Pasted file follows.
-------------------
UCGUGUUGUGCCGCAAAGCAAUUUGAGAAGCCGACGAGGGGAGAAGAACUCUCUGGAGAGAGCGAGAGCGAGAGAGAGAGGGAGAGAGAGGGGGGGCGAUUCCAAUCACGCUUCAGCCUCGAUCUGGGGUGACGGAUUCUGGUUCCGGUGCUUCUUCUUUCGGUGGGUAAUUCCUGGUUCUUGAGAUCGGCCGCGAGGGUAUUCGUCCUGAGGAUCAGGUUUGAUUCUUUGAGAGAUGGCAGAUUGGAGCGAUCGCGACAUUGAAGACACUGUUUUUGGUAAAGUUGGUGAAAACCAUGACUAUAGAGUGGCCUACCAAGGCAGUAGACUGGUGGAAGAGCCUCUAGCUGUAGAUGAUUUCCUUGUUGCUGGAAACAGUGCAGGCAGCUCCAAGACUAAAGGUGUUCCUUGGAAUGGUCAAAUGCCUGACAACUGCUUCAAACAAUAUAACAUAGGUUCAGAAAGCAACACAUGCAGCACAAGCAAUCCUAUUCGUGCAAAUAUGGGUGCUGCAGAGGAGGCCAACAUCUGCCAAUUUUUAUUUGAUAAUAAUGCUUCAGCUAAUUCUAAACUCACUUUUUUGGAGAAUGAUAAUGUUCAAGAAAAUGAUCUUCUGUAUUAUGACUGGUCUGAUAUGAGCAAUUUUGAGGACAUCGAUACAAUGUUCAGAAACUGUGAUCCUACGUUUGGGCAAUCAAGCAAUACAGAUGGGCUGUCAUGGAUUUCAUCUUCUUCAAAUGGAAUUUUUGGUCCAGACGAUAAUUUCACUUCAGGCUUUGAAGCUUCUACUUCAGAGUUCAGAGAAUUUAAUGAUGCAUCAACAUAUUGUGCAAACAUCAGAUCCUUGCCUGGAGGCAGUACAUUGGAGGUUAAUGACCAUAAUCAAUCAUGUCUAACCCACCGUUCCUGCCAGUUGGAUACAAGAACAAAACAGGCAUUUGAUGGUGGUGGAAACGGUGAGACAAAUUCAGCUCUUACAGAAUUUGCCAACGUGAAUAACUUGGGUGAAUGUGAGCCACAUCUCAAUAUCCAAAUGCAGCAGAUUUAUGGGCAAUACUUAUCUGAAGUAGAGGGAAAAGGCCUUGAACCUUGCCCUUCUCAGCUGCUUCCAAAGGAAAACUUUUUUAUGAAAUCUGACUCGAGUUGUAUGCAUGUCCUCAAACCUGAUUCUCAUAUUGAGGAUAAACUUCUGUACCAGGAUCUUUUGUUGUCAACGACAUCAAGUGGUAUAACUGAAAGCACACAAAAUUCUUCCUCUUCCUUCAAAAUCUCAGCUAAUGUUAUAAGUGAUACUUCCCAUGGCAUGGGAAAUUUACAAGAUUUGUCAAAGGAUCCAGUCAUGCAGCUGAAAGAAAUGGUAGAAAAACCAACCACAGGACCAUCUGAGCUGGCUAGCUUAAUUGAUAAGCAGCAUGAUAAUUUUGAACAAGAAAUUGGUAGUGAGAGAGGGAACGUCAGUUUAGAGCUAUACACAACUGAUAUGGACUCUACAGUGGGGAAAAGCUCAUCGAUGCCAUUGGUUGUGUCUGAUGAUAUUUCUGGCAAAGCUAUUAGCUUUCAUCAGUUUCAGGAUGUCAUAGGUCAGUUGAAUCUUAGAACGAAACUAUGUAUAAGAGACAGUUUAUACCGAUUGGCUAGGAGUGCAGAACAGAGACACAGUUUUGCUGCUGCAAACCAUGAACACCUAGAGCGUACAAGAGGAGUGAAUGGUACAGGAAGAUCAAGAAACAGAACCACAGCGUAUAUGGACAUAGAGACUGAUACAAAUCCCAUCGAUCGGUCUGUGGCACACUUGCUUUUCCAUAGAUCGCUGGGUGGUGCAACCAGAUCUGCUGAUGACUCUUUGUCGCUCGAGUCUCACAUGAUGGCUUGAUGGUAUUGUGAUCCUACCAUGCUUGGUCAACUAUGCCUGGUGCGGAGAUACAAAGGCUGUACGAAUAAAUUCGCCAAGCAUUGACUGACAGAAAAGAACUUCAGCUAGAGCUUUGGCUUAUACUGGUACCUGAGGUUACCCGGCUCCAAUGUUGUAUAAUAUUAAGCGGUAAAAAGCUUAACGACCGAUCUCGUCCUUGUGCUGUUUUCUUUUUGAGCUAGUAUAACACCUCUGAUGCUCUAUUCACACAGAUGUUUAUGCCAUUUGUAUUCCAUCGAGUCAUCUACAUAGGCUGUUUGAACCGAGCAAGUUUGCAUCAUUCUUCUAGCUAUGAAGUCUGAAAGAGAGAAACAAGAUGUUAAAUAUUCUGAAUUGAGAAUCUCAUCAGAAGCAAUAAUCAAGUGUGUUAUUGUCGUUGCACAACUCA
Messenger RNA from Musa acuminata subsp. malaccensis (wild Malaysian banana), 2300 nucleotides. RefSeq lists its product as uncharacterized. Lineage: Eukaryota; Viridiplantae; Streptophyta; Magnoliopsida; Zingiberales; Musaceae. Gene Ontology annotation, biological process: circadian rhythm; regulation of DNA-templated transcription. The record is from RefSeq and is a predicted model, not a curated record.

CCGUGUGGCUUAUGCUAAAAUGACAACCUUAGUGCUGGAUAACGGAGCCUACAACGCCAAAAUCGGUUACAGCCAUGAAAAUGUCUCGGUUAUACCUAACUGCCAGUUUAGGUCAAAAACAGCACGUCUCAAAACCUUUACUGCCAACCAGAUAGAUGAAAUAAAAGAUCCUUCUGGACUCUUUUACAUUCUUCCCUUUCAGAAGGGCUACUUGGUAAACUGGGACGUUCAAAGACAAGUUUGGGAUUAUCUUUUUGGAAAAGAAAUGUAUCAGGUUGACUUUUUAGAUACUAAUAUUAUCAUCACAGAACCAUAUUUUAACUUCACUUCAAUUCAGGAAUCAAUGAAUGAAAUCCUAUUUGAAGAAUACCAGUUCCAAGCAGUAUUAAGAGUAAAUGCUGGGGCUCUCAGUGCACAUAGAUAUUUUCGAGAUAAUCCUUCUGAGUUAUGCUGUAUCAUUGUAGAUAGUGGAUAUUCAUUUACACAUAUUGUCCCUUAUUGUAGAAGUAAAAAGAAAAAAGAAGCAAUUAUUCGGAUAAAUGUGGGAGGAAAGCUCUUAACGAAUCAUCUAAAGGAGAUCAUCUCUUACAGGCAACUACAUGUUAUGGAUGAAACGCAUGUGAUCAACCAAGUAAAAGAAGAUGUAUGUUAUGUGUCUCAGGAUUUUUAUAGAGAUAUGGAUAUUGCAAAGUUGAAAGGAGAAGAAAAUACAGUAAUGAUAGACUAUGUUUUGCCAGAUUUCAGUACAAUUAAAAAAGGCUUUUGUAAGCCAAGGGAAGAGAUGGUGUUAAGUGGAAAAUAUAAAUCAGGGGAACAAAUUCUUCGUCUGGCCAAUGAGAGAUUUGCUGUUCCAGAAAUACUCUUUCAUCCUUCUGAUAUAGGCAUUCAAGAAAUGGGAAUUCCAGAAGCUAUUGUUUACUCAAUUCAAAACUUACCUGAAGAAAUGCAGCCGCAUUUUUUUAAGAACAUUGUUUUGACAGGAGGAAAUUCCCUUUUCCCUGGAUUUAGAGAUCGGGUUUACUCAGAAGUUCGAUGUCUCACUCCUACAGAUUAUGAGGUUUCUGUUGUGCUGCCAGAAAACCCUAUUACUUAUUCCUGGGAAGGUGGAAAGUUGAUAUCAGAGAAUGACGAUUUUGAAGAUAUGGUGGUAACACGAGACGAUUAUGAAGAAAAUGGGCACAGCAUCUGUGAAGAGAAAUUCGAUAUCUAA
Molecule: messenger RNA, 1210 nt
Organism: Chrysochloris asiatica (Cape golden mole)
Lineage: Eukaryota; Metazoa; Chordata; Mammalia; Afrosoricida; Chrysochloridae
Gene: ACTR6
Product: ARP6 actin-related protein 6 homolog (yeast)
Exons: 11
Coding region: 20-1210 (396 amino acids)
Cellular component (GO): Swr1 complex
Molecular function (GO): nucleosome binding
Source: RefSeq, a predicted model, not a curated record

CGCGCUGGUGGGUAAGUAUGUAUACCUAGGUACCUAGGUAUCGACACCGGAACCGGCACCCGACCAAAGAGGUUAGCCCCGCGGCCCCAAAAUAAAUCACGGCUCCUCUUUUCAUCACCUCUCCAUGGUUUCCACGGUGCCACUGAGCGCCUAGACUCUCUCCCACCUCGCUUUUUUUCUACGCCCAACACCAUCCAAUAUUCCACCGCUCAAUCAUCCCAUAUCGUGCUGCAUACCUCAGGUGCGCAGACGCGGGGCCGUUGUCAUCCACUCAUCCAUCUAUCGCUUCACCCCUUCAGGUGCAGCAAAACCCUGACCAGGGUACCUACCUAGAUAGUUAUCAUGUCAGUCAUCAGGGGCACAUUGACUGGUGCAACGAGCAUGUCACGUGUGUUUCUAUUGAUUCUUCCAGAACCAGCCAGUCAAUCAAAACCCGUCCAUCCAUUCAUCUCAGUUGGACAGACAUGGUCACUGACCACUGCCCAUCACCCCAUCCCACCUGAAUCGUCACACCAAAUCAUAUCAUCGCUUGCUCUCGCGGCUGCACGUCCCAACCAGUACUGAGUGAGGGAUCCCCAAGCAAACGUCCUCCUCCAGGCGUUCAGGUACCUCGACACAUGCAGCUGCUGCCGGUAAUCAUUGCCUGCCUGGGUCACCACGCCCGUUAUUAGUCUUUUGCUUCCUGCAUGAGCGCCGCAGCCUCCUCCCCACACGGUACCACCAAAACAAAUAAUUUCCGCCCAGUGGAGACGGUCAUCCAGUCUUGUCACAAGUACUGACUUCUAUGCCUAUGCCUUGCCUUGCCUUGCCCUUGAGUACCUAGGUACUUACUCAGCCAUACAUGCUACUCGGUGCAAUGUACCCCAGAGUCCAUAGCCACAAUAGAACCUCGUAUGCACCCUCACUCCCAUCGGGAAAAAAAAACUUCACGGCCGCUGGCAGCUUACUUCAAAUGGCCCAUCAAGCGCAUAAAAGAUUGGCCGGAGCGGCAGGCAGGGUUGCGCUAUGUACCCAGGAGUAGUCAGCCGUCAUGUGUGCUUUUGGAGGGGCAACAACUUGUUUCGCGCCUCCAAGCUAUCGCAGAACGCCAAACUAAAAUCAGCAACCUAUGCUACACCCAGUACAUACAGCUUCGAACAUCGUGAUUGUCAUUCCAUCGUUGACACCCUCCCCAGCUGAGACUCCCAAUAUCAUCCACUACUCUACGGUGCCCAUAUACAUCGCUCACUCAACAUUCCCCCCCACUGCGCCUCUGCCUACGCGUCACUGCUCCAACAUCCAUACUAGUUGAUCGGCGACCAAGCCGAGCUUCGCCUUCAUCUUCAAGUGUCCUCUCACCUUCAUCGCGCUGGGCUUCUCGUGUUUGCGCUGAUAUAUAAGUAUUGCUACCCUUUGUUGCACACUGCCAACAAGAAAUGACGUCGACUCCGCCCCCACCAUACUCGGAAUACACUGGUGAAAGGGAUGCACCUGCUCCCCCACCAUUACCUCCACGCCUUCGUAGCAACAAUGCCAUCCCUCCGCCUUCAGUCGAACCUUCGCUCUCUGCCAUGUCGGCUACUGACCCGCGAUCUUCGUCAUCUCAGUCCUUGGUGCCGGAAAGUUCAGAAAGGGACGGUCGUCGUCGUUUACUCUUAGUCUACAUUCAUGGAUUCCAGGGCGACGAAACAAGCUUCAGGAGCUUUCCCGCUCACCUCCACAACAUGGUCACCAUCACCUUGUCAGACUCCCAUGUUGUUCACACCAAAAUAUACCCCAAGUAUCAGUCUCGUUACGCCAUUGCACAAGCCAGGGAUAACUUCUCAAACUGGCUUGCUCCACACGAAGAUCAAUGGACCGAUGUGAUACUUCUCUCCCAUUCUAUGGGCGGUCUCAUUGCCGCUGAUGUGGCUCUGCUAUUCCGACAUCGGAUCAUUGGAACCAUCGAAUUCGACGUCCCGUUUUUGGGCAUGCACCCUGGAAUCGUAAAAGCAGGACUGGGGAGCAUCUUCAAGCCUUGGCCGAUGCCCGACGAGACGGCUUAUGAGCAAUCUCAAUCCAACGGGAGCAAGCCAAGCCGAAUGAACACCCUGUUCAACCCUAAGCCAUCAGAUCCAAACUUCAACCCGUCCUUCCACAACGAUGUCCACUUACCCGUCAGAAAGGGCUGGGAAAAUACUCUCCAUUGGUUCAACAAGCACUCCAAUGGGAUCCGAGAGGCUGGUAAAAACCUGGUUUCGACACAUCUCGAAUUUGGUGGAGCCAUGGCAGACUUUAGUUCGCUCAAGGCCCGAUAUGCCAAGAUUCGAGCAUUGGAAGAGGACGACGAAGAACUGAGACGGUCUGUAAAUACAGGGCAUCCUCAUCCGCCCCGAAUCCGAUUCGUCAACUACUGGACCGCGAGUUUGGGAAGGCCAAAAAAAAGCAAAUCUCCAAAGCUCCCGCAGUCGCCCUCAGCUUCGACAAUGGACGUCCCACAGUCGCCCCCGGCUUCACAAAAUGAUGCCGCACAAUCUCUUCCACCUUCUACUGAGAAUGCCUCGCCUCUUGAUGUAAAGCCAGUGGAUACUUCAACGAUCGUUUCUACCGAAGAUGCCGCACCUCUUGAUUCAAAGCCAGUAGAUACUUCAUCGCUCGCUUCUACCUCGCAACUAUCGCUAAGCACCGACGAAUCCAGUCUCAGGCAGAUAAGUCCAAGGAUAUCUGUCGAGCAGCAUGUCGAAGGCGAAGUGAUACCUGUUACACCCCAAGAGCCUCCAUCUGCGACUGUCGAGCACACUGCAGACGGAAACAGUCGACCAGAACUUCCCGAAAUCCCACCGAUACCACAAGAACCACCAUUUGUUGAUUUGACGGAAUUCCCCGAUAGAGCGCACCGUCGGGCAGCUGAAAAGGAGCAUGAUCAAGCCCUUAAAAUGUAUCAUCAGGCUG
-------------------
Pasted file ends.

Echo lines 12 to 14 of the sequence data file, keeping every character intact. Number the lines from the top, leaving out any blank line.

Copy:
Molecular function (GO): nucleosome binding
Source: RefSeq, a predicted model, not a curated record

CGCGCUGGUGGGUAAGUAUGUAUACCUAGGUACCUAGGUAUCGACACCGGAACCGGCACCCGACCAAAGAGGUUAGCCCCGCGGCCCCAAAAUAAAUCACGGCUCCUCUUUUCAUCACCUCUCCAUGGUUUCCACGGUGCCACUGAGCGCCUAGACUCUCUCCCACCUCGCUUUUUUUCUACGCCCAACACCAUCCAAUAUUCCACCGCUCAAUCAUCCCAUAUCGUGCUGCAUACCUCAGGUGCGCAGACGCGGGGCCGUUGUCAUCCACUCAUCCAUCUAUCGCUUCACCCCUUCAGGUGCAGCAAAACCCUGACCAGGGUACCUACCUAGAUAGUUAUCAUGUCAGUCAUCAGGGGCACAUUGACUGGUGCAACGAGCAUGUCACGUGUGUUUCUAUUGAUUCUUCCAGAACCAGCCAGUCAAUCAAAACCCGUCCAUCCAUUCAUCUCAGUUGGACAGACAUGGUCACUGACCACUGCCCAUCACCCCAUCCCACCUGAAUCGUCACACCAAAUCAUAUCAUCGCUUGCUCUCGCGGCUGCACGUCCCAACCAGUACUGAGUGAGGGAUCCCCAAGCAAACGUCCUCCUCCAGGCGUUCAGGUACCUCGACACAUGCAGCUGCUGCCGGUAAUCAUUGCCUGCCUGGGUCACCACGCCCGUUAUUAGUCUUUUGCUUCCUGCAUGAGCGCCGCAGCCUCCUCCCCACACGGUACCACCAAAACAAAUAAUUUCCGCCCAGUGGAGACGGUCAUCCAGUCUUGUCACAAGUACUGACUUCUAUGCCUAUGCCUUGCCUUGCCUUGCCCUUGAGUACCUAGGUACUUACUCAGCCAUACAUGCUACUCGGUGCAAUGUACCCCAGAGUCCAUAGCCACAAUAGAACCUCGUAUGCACCCUCACUCCCAUCGGGAAAAAAAAACUUCACGGCCGCUGGCAGCUUACUUCAAAUGGCCCAUCAAGCGCAUAAAAGAUUGGCCGGAGCGGCAGGCAGGGUUGCGCUAUGUACCCAGGAGUAGUCAGCCGUCAUGUGUGCUUUUGGAGGGGCAACAACUUGUUUCGCGCCUCCAAGCUAUCGCAGAACGCCAAACUAAAAUCAGCAACCUAUGCUACACCCAGUACAUACAGCUUCGAACAUCGUGAUUGUCAUUCCAUCGUUGACACCCUCCCCAGCUGAGACUCCCAAUAUCAUCCACUACUCUACGGUGCCCAUAUACAUCGCUCACUCAACAUUCCCCCCCACUGCGCCUCUGCCUACGCGUCACUGCUCCAACAUCCAUACUAGUUGAUCGGCGACCAAGCCGAGCUUCGCCUUCAUCUUCAAGUGUCCUCUCACCUUCAUCGCGCUGGGCUUCUCGUGUUUGCGCUGAUAUAUAAGUAUUGCUACCCUUUGUUGCACACUGCCAACAAGAAAUGACGUCGACUCCGCCCCCACCAUACUCGGAAUACACUGGUGAAAGGGAUGCACCUGCUCCCCCACCAUUACCUCCACGCCUUCGUAGCAACAAUGCCAUCCCUCCGCCUUCAGUCGAACCUUCGCUCUCUGCCAUGUCGGCUACUGACCCGCGAUCUUCGUCAUCUCAGUCCUUGGUGCCGGAAAGUUCAGAAAGGGACGGUCGUCGUCGUUUACUCUUAGUCUACAUUCAUGGAUUCCAGGGCGACGAAACAAGCUUCAGGAGCUUUCCCGCUCACCUCCACAACAUGGUCACCAUCACCUUGUCAGACUCCCAUGUUGUUCACACCAAAAUAUACCCCAAGUAUCAGUCUCGUUACGCCAUUGCACAAGCCAGGGAUAACUUCUCAAACUGGCUUGCUCCACACGAAGAUCAAUGGACCGAUGUGAUACUUCUCUCCCAUUCUAUGGGCGGUCUCAUUGCCGCUGAUGUGGCUCUGCUAUUCCGACAUCGGAUCAUUGGAACCAUCGAAUUCGACGUCCCGUUUUUGGGCAUGCACCCUGGAAUCGUAAAAGCAGGACUGGGGAGCAUCUUCAAGCCUUGGCCGAUGCCCGACGAGACGGCUUAUGAGCAAUCUCAAUCCAACGGGAGCAAGCCAAGCCGAAUGAACACCCUGUUCAACCCUAAGCCAUCAGAUCCAAACUUCAACCCGUCCUUCCACAACGAUGUCCACUUACCCGUCAGAAAGGGCUGGGAAAAUACUCUCCAUUGGUUCAACAAGCACUCCAAUGGGAUCCGAGAGGCUGGUAAAAACCUGGUUUCGACACAUCUCGAAUUUGGUGGAGCCAUGGCAGACUUUAGUUCGCUCAAGGCCCGAUAUGCCAAGAUUCGAGCAUUGGAAGAGGACGACGAAGAACUGAGACGGUCUGUAAAUACAGGGCAUCCUCAUCCGCCCCGAAUCCGAUUCGUCAACUACUGGACCGCGAGUUUGGGAAGGCCAAAAAAAAGCAAAUCUCCAAAGCUCCCGCAGUCGCCCUCAGCUUCGACAAUGGACGUCCCACAGUCGCCCCCGGCUUCACAAAAUGAUGCCGCACAAUCUCUUCCACCUUCUACUGAGAAUGCCUCGCCUCUUGAUGUAAAGCCAGUGGAUACUUCAACGAUCGUUUCUACCGAAGAUGCCGCACCUCUUGAUUCAAAGCCAGUAGAUACUUCAUCGCUCGCUUCUACCUCGCAACUAUCGCUAAGCACCGACGAAUCCAGUCUCAGGCAGAUAAGUCCAAGGAUAUCUGUCGAGCAGCAUGUCGAAGGCGAAGUGAUACCUGUUACACCCCAAGAGCCUCCAUCUGCGACUGUCGAGCACACUGCAGACGGAAACAGUCGACCAGAACUUCCCGAAAUCCCACCGAUACCACAAGAACCACCAUUUGUUGAUUUGACGGAAUUCCCCGAUAGAGCGCACCGUCGGGCAGCUGAAAAGGAGCAUGAUCAAGCCCUUAAAAUGUAUCAUCAGGCUG